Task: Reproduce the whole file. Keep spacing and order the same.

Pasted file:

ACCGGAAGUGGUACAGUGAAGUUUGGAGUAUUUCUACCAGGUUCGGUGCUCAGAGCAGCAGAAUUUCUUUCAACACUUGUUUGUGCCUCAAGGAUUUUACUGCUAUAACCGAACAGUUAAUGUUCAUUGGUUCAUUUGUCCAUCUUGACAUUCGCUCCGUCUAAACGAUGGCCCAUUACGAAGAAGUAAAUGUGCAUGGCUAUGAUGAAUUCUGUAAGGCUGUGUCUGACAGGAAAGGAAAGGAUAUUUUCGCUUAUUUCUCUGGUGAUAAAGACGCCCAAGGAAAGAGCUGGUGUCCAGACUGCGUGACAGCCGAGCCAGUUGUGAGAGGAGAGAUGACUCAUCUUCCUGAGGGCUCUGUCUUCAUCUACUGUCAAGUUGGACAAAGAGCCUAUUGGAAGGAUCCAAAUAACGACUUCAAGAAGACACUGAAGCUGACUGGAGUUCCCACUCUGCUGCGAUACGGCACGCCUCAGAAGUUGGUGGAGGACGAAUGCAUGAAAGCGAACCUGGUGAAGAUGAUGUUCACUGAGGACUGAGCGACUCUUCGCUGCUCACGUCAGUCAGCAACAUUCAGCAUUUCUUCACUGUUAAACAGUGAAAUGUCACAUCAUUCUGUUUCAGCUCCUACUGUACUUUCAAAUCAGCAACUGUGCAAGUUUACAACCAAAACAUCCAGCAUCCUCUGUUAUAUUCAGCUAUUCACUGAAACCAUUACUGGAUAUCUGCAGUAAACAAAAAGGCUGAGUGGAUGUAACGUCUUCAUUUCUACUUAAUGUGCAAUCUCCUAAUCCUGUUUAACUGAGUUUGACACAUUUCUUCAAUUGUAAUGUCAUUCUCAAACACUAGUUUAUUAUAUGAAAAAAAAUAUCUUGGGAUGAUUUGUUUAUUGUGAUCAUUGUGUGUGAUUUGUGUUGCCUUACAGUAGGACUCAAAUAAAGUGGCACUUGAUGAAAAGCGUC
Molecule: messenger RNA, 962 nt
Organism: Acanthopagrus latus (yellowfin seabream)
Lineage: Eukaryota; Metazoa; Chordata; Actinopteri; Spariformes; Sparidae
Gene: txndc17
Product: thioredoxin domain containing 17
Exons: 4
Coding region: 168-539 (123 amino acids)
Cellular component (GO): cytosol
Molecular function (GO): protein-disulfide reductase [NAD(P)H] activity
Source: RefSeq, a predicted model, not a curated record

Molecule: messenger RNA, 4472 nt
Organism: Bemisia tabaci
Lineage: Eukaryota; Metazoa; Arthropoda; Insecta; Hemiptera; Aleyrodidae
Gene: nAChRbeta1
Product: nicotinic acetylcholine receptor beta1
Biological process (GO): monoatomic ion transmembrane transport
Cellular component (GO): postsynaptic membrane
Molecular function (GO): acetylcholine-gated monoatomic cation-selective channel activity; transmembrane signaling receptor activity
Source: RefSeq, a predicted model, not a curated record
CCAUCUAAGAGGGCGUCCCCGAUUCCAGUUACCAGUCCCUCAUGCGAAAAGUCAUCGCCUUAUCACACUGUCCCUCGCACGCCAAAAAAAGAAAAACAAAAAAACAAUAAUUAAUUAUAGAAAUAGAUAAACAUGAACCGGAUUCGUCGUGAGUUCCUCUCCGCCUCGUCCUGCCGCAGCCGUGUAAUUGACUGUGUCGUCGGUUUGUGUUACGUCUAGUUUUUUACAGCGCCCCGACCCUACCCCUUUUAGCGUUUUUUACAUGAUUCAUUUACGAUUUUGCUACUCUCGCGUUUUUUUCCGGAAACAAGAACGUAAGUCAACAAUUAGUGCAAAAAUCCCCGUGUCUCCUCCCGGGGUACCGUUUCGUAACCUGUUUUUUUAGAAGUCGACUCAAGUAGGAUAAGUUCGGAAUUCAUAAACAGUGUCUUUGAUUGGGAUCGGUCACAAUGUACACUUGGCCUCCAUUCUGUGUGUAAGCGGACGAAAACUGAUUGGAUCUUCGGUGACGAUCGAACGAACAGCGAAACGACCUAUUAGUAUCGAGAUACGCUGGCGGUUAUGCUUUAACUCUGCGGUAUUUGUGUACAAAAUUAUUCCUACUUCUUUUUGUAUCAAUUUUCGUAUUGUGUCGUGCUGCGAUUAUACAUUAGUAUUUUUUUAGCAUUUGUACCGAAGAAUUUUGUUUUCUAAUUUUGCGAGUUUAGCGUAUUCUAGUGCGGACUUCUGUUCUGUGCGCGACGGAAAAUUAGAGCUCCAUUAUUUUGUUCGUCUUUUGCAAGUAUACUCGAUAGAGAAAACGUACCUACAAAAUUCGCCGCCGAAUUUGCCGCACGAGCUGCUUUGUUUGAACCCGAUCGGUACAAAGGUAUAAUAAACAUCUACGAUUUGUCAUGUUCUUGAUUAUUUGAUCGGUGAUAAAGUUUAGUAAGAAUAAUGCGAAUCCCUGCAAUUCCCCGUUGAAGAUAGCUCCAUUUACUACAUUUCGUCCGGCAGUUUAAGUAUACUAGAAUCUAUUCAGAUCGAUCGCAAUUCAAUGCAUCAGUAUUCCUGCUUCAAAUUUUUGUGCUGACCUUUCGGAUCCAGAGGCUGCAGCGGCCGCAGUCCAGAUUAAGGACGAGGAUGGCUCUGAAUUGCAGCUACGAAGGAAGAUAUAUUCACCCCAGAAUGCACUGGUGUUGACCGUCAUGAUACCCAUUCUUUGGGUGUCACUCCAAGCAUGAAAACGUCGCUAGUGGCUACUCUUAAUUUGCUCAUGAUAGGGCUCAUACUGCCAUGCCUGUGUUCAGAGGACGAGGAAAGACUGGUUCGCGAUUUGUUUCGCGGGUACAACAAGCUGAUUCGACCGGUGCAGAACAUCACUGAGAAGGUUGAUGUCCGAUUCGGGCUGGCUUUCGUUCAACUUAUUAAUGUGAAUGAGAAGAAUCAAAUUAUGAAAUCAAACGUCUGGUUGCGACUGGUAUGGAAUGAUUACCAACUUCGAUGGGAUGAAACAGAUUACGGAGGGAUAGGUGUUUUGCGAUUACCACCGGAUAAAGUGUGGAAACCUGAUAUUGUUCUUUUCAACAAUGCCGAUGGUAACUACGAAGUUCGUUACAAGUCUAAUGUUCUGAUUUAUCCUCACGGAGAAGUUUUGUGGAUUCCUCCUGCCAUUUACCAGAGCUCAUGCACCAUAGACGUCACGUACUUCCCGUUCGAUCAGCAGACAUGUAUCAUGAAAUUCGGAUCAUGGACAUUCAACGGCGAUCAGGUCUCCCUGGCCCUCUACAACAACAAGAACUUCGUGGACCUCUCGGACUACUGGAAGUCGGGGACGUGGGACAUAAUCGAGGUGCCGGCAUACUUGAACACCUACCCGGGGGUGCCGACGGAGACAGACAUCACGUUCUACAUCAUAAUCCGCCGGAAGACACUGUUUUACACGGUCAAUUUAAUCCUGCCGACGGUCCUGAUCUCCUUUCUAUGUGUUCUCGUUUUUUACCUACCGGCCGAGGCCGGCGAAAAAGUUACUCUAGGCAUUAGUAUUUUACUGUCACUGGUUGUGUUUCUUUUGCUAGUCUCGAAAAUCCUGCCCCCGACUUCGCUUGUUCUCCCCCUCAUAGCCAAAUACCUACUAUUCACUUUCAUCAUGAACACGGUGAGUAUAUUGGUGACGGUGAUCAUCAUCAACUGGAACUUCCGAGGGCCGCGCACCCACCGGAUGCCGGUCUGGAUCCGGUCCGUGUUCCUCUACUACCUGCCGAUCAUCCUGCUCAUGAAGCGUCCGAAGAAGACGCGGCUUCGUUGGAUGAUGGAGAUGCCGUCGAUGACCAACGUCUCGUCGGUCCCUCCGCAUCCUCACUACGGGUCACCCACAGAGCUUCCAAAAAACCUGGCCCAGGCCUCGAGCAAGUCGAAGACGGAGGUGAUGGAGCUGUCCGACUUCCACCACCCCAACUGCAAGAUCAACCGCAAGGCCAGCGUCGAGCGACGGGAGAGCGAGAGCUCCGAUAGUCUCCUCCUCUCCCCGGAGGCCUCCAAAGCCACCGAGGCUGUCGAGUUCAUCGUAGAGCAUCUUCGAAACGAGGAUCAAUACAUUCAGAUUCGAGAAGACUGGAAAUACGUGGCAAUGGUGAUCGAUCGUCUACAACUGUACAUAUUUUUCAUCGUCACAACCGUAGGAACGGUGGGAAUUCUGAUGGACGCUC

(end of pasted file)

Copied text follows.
ACCGGAAGUGGUACAGUGAAGUUUGGAGUAUUUCUACCAGGUUCGGUGCUCAGAGCAGCAGAAUUUCUUUCAACACUUGUUUGUGCCUCAAGGAUUUUACUGCUAUAACCGAACAGUUAAUGUUCAUUGGUUCAUUUGUCCAUCUUGACAUUCGCUCCGUCUAAACGAUGGCCCAUUACGAAGAAGUAAAUGUGCAUGGCUAUGAUGAAUUCUGUAAGGCUGUGUCUGACAGGAAAGGAAAGGAUAUUUUCGCUUAUUUCUCUGGUGAUAAAGACGCCCAAGGAAAGAGCUGGUGUCCAGACUGCGUGACAGCCGAGCCAGUUGUGAGAGGAGAGAUGACUCAUCUUCCUGAGGGCUCUGUCUUCAUCUACUGUCAAGUUGGACAAAGAGCCUAUUGGAAGGAUCCAAAUAACGACUUCAAGAAGACACUGAAGCUGACUGGAGUUCCCACUCUGCUGCGAUACGGCACGCCUCAGAAGUUGGUGGAGGACGAAUGCAUGAAAGCGAACCUGGUGAAGAUGAUGUUCACUGAGGACUGAGCGACUCUUCGCUGCUCACGUCAGUCAGCAACAUUCAGCAUUUCUUCACUGUUAAACAGUGAAAUGUCACAUCAUUCUGUUUCAGCUCCUACUGUACUUUCAAAUCAGCAACUGUGCAAGUUUACAACCAAAACAUCCAGCAUCCUCUGUUAUAUUCAGCUAUUCACUGAAACCAUUACUGGAUAUCUGCAGUAAACAAAAAGGCUGAGUGGAUGUAACGUCUUCAUUUCUACUUAAUGUGCAAUCUCCUAAUCCUGUUUAACUGAGUUUGACACAUUUCUUCAAUUGUAAUGUCAUUCUCAAACACUAGUUUAUUAUAUGAAAAAAAAUAUCUUGGGAUGAUUUGUUUAUUGUGAUCAUUGUGUGUGAUUUGUGUUGCCUUACAGUAGGACUCAAAUAAAGUGGCACUUGAUGAAAAGCGUC
Molecule: messenger RNA, 962 nt
Organism: Acanthopagrus latus (yellowfin seabream)
Lineage: Eukaryota; Metazoa; Chordata; Actinopteri; Spariformes; Sparidae
Gene: txndc17
Product: thioredoxin domain containing 17
Exons: 4
Coding region: 168-539 (123 amino acids)
Cellular component (GO): cytosol
Molecular function (GO): protein-disulfide reductase [NAD(P)H] activity
Source: RefSeq, a predicted model, not a curated record

Molecule: messenger RNA, 4472 nt
Organism: Bemisia tabaci
Lineage: Eukaryota; Metazoa; Arthropoda; Insecta; Hemiptera; Aleyrodidae
Gene: nAChRbeta1
Product: nicotinic acetylcholine receptor beta1
Biological process (GO): monoatomic ion transmembrane transport
Cellular component (GO): postsynaptic membrane
Molecular function (GO): acetylcholine-gated monoatomic cation-selective channel activity; transmembrane signaling receptor activity
Source: RefSeq, a predicted model, not a curated record
CCAUCUAAGAGGGCGUCCCCGAUUCCAGUUACCAGUCCCUCAUGCGAAAAGUCAUCGCCUUAUCACACUGUCCCUCGCACGCCAAAAAAAGAAAAACAAAAAAACAAUAAUUAAUUAUAGAAAUAGAUAAACAUGAACCGGAUUCGUCGUGAGUUCCUCUCCGCCUCGUCCUGCCGCAGCCGUGUAAUUGACUGUGUCGUCGGUUUGUGUUACGUCUAGUUUUUUACAGCGCCCCGACCCUACCCCUUUUAGCGUUUUUUACAUGAUUCAUUUACGAUUUUGCUACUCUCGCGUUUUUUUCCGGAAACAAGAACGUAAGUCAACAAUUAGUGCAAAAAUCCCCGUGUCUCCUCCCGGGGUACCGUUUCGUAACCUGUUUUUUUAGAAGUCGACUCAAGUAGGAUAAGUUCGGAAUUCAUAAACAGUGUCUUUGAUUGGGAUCGGUCACAAUGUACACUUGGCCUCCAUUCUGUGUGUAAGCGGACGAAAACUGAUUGGAUCUUCGGUGACGAUCGAACGAACAGCGAAACGACCUAUUAGUAUCGAGAUACGCUGGCGGUUAUGCUUUAACUCUGCGGUAUUUGUGUACAAAAUUAUUCCUACUUCUUUUUGUAUCAAUUUUCGUAUUGUGUCGUGCUGCGAUUAUACAUUAGUAUUUUUUUAGCAUUUGUACCGAAGAAUUUUGUUUUCUAAUUUUGCGAGUUUAGCGUAUUCUAGUGCGGACUUCUGUUCUGUGCGCGACGGAAAAUUAGAGCUCCAUUAUUUUGUUCGUCUUUUGCAAGUAUACUCGAUAGAGAAAACGUACCUACAAAAUUCGCCGCCGAAUUUGCCGCACGAGCUGCUUUGUUUGAACCCGAUCGGUACAAAGGUAUAAUAAACAUCUACGAUUUGUCAUGUUCUUGAUUAUUUGAUCGGUGAUAAAGUUUAGUAAGAAUAAUGCGAAUCCCUGCAAUUCCCCGUUGAAGAUAGCUCCAUUUACUACAUUUCGUCCGGCAGUUUAAGUAUACUAGAAUCUAUUCAGAUCGAUCGCAAUUCAAUGCAUCAGUAUUCCUGCUUCAAAUUUUUGUGCUGACCUUUCGGAUCCAGAGGCUGCAGCGGCCGCAGUCCAGAUUAAGGACGAGGAUGGCUCUGAAUUGCAGCUACGAAGGAAGAUAUAUUCACCCCAGAAUGCACUGGUGUUGACCGUCAUGAUACCCAUUCUUUGGGUGUCACUCCAAGCAUGAAAACGUCGCUAGUGGCUACUCUUAAUUUGCUCAUGAUAGGGCUCAUACUGCCAUGCCUGUGUUCAGAGGACGAGGAAAGACUGGUUCGCGAUUUGUUUCGCGGGUACAACAAGCUGAUUCGACCGGUGCAGAACAUCACUGAGAAGGUUGAUGUCCGAUUCGGGCUGGCUUUCGUUCAACUUAUUAAUGUGAAUGAGAAGAAUCAAAUUAUGAAAUCAAACGUCUGGUUGCGACUGGUAUGGAAUGAUUACCAACUUCGAUGGGAUGAAACAGAUUACGGAGGGAUAGGUGUUUUGCGAUUACCACCGGAUAAAGUGUGGAAACCUGAUAUUGUUCUUUUCAACAAUGCCGAUGGUAACUACGAAGUUCGUUACAAGUCUAAUGUUCUGAUUUAUCCUCACGGAGAAGUUUUGUGGAUUCCUCCUGCCAUUUACCAGAGCUCAUGCACCAUAGACGUCACGUACUUCCCGUUCGAUCAGCAGACAUGUAUCAUGAAAUUCGGAUCAUGGACAUUCAACGGCGAUCAGGUCUCCCUGGCCCUCUACAACAACAAGAACUUCGUGGACCUCUCGGACUACUGGAAGUCGGGGACGUGGGACAUAAUCGAGGUGCCGGCAUACUUGAACACCUACCCGGGGGUGCCGACGGAGACAGACAUCACGUUCUACAUCAUAAUCCGCCGGAAGACACUGUUUUACACGGUCAAUUUAAUCCUGCCGACGGUCCUGAUCUCCUUUCUAUGUGUUCUCGUUUUUUACCUACCGGCCGAGGCCGGCGAAAAAGUUACUCUAGGCAUUAGUAUUUUACUGUCACUGGUUGUGUUUCUUUUGCUAGUCUCGAAAAUCCUGCCCCCGACUUCGCUUGUUCUCCCCCUCAUAGCCAAAUACCUACUAUUCACUUUCAUCAUGAACACGGUGAGUAUAUUGGUGACGGUGAUCAUCAUCAACUGGAACUUCCGAGGGCCGCGCACCCACCGGAUGCCGGUCUGGAUCCGGUCCGUGUUCCUCUACUACCUGCCGAUCAUCCUGCUCAUGAAGCGUCCGAAGAAGACGCGGCUUCGUUGGAUGAUGGAGAUGCCGUCGAUGACCAACGUCUCGUCGGUCCCUCCGCAUCCUCACUACGGGUCACCCACAGAGCUUCCAAAAAACCUGGCCCAGGCCUCGAGCAAGUCGAAGACGGAGGUGAUGGAGCUGUCCGACUUCCACCACCCCAACUGCAAGAUCAACCGCAAGGCCAGCGUCGAGCGACGGGAGAGCGAGAGCUCCGAUAGUCUCCUCCUCUCCCCGGAGGCCUCCAAAGCCACCGAGGCUGUCGAGUUCAUCGUAGAGCAUCUUCGAAACGAGGAUCAAUACAUUCAGAUUCGAGAAGACUGGAAAUACGUGGCAAUGGUGAUCGAUCGUCUACAACUGUACAUAUUUUUCAUCGUCACAACCGUAGGAACGGUGGGAAUUCUGAUGGACGCUC